Schematic diagrams illustrating the procedure for model establishment. (a) Model of a crossshaped column. (b) Mesh of the crossshaped column. (c) Addition of constraints.
Parameters related to material properties, such as elastic modulus, Poisson’s ratio, and density, are listed in Table
Summary of material parameters.
Material  Type of material  Elastic modulus (N/mm^{2})  Poisson’s ratio  Density (kg/m^{3}) 

Reinforcement  HRB335  2.0 × 10^{5}  0.3  7.85 × 10^{3} 


Concrete  C30  3.00 × 10^{4}  0.2  2.5 × 10^{3} 
C35  3.15 × 10^{4}  
C40  3.25 × 10^{4}  
C45  3.35 × 10^{4} 
The test data from the literature [
Test parameters.
Specimen  Concrete strengths  Reinforcement type  Diameter of the reinforcement (mm)  Axial compression ratios  Thickness of the protective layer (mm) 

+Z1  C50  HRB500  16  0.39  25 
TZ2  C40  HRB335  12  0.18  20 
Based on the experimental test data, ABAQUS was used to establish a finite element model with the same control parameters, and the hysteretic performance of the resulting structure was analyzed. The hysteresis curve, skeleton curve, and test curve can be compared, as shown in Figure
Hysteresis curves of +Z1 and TZ2. (a) +Z1 test hysteresis curve. (b) +Z1 simulated hysteresis curve. (c) +Z1 skeleton curve comparison. (d) TZ2 test hysteresis curve. (e) TZ2 simulated hysteresis curve. (f) TZ2 skeleton curve comparison.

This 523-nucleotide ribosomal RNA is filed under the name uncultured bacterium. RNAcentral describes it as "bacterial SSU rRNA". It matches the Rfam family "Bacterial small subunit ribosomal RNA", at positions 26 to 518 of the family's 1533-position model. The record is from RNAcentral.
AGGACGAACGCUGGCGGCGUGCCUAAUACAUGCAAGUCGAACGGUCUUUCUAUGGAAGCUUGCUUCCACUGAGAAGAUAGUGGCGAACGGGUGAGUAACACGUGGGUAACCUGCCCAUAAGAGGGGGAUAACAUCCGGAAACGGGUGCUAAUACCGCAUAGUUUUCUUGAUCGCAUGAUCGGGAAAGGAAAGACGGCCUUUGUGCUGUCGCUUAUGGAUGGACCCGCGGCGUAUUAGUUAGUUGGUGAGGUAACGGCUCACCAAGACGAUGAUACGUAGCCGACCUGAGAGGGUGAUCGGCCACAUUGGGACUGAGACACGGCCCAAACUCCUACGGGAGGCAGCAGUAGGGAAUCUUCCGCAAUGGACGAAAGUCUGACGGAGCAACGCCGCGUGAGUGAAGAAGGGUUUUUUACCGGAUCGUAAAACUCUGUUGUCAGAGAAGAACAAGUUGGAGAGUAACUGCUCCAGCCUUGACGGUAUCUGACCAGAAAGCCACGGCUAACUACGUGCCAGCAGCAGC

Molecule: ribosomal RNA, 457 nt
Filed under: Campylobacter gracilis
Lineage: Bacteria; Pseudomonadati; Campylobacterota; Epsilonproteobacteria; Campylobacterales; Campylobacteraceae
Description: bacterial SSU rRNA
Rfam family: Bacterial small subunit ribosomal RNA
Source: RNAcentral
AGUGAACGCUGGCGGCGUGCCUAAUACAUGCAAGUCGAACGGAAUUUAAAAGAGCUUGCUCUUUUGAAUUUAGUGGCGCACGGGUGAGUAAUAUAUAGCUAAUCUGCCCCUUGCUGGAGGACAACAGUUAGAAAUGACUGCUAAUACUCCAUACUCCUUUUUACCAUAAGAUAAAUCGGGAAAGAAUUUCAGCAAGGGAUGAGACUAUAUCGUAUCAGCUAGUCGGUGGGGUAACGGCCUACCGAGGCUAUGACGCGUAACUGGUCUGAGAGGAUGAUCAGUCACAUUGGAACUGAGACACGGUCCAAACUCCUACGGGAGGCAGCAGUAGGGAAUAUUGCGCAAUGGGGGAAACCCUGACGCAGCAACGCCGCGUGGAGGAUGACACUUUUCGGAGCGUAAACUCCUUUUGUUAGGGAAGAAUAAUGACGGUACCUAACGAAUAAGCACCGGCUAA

As shown in Figure
The “hysteresis curve” and “skeleton curve” were defined as follows: The “hysteresis curve” refers to the deformation response of a structure under repeated loading and unloading. It reflects the deformation characteristics, stiffness degradation, and energy consumption of the structure. This response is the basis for determining the restoring force model and carrying out nonlinear seismic response analysis. It is also known as the “restoring force curve.” The “skeleton curve” refers to the curve obtained by translating a section of a stressstrain curve loaded in the same direction (tension or compression) beyond the maximum stress of the previous load [
The hysteresis curves of the reinforced concrete frame structure with shaped columns, with various concrete strength levels, under low reversed cyclic loading, are shown in Figure
Hysteresis curves of frames with various concrete strength levels. (a) K1. (b) K2. (c) K3. (d) K4.
Skeleton curves of frames with various concrete strength levels.
As shown in Figure
According to Figure
Curves of coefficients of energy dissipation with various concrete strength levels.